Welcome to INAUDIBLE’s second installment of 5-10-15-20 in which I blatantly steal a feature from Pitchfork and ask fantastic people to talk about their musical love affairs at five year intervals. This second edition features Toronto based film editor/sound man/all around amazing dude, Stew Maclean waxing nostalgic about the songs and records that got him all fired up and ready to go.
“Let’s Dance” by David Bowie
I remember my brother Bart and I dancing around to this song a ton, but waiting for it on that old late night music video show (would have been a Detroit station cause we didn’t have cable) or on the radio. This might not have been exactly at age five but it’s really close and one of my first music memories. My love for it stemmed from a mix of us making fun of Bowie a bit but also because I had never really heard a song like this before.
My oldest brother Jay was just getting out of a huge classic rock phase at this time and he gave me his old tapes that he didn’t listen to anymore. Led Zeppelin and Black Sabbath were my faves. I loved Zeppelin’s “Over The Hills And Far Away” from Houses of the Holy because of The Lord of the Rings, which I tried to read around this time but it was too difficult – instead the Ralph Bakshi animated LOTR movie was more up my alley. Also “Fairies Wear Boots” from Black Sabbath’s Paranoid was a song that Jay used to put on super super loud to pump himself up to write exams and the guitar really heated up my groin and it felt like it was something that I shouldn’t be listening to but that’s definitely what drew me to it.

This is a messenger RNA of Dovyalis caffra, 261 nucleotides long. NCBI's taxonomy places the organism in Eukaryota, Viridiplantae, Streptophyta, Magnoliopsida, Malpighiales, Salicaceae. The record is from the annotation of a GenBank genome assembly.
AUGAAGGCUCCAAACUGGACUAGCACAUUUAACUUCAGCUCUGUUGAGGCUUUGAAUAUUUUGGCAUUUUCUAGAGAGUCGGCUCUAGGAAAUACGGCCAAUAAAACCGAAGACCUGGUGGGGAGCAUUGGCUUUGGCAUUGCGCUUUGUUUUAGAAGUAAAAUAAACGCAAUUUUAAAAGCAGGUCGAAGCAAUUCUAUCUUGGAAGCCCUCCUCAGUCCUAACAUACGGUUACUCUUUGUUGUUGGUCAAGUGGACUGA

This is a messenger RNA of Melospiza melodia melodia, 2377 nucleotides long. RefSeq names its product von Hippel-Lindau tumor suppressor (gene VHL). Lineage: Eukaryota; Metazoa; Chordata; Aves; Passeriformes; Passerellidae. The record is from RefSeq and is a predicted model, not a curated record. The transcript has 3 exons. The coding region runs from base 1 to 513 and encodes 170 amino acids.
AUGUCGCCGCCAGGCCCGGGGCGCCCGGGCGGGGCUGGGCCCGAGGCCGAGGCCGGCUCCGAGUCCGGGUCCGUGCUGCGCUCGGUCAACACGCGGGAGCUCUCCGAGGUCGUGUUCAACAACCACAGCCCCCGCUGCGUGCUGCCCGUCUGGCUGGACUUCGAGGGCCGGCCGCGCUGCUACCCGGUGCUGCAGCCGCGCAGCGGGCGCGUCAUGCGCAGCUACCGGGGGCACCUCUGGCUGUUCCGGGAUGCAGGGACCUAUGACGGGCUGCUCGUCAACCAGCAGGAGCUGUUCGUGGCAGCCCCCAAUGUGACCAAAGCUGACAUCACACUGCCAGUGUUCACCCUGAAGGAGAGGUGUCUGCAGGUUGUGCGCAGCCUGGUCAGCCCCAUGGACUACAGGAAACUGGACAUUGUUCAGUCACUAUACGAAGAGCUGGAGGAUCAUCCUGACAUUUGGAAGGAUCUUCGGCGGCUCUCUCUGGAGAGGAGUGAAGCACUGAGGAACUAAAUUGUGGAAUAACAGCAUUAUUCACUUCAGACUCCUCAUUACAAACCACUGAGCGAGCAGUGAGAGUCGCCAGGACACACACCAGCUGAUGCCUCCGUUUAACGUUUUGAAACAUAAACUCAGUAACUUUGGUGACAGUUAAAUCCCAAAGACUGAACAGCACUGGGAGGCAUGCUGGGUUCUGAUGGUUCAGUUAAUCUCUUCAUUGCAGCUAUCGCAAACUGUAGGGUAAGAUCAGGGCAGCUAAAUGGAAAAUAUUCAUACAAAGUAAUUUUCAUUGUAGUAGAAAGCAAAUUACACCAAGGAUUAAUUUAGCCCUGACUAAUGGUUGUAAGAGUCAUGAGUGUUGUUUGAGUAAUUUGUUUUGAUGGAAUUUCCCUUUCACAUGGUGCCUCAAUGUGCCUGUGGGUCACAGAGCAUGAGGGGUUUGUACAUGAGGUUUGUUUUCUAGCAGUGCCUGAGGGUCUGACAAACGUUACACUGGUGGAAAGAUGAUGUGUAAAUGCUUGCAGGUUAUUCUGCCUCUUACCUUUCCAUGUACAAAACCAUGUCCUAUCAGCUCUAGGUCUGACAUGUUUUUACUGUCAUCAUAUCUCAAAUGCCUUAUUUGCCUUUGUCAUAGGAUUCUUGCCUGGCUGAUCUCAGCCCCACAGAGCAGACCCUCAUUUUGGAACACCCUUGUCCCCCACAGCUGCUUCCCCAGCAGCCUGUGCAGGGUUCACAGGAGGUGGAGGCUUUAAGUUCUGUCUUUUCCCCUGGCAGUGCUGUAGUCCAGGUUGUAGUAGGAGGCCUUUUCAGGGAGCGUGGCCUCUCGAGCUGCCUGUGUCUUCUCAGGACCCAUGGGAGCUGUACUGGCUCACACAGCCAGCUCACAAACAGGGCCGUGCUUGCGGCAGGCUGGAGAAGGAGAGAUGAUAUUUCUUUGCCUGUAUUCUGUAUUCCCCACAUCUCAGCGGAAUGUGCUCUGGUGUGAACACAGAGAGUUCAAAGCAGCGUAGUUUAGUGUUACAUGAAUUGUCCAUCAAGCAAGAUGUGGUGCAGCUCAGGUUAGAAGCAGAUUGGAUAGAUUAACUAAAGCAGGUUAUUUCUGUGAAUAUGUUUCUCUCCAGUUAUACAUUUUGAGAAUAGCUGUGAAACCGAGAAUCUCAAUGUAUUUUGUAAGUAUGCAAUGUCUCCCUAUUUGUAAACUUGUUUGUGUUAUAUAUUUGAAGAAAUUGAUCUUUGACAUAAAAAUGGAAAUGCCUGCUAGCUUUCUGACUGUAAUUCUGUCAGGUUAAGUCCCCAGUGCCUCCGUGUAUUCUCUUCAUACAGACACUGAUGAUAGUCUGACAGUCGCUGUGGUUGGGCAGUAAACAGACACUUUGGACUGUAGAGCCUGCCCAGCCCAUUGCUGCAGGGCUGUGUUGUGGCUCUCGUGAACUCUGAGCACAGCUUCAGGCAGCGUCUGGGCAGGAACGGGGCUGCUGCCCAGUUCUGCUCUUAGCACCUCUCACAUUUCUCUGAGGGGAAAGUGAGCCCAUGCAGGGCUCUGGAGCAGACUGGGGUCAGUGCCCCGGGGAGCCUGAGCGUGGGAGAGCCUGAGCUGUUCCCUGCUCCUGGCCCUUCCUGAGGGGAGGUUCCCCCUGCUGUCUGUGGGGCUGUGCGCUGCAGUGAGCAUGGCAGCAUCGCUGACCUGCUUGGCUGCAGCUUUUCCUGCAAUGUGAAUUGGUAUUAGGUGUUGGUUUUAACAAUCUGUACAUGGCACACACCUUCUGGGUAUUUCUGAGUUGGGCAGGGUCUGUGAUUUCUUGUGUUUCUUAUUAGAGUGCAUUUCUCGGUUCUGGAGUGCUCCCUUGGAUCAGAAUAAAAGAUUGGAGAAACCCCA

This was another huge musical moment for me. Angel Dust by Faith No More. A couple of years before I had seen Mike Patton perform on Saturday Night Live and it was soooo cool. I thought he was the shit and Epic was a great album but Angel Dust blew it out of the water and I think I spent an entire year listening to this record. It totally changed the way that I looked at music because it was so different and it didn’t seem like an album because I never listened to it from start to finish (fucking tapes). It was also my third concert seeing them at State Theatre in Detroit and Mike Patton was still soooooo cool and I bought a shirt at the show and my parents never said anything about me walking around with a shirt that had angel dust written on it.
This was right around the time I started to become obsessed with the Morr Music label and that style of electronica. Arovane, Solvent, Phonem, Christian Kleine, Múm, The Notwist were all amazing! Also I remember going to bed every night listening to “Djed” by Tortoise on headphones from my boombox and I would always have great sleeps (man, whatever happened to those sleeps? The sleeps that dreams are made of Matt).
So obviously the electronic phase continued. I got into Boards of Canada from P-Dogg and Aphex Twin from Marc. I never did get to see any of those assholes live but I still loved ’em. They were both way different and way better and older than the other electronic stuff I was listening to. P-Dogg’s boundless enthusiasm for BoC was contagious and Marc would always say that Richard D. James invented a new style of electronic music. This was also right around the time that I started to move towards other genres of music and realized that guitars were still cool.
Having the luxury of Joaquim’s amazing stereo system that we rocked out to all the time helped me get into styles of music that I never thought I would. Genesis was the biggest and best of that time. The whole concept song/album thing really reminded me of the first time I heard Angel Dust by Faith No More. Also how fuckin’ cool was Peter Gabriel with the reverse mohawk hair? And listening to their live albums on vinyl on a $10,000 dollar stereo was a really easy sell.
It’s weird when I think about this list because there are a ton of other bands and musicians that I know I listened to as much if not more than the bands on this list but these are the ones closest to the age mark. Yes.
Ed: Thanks Stew!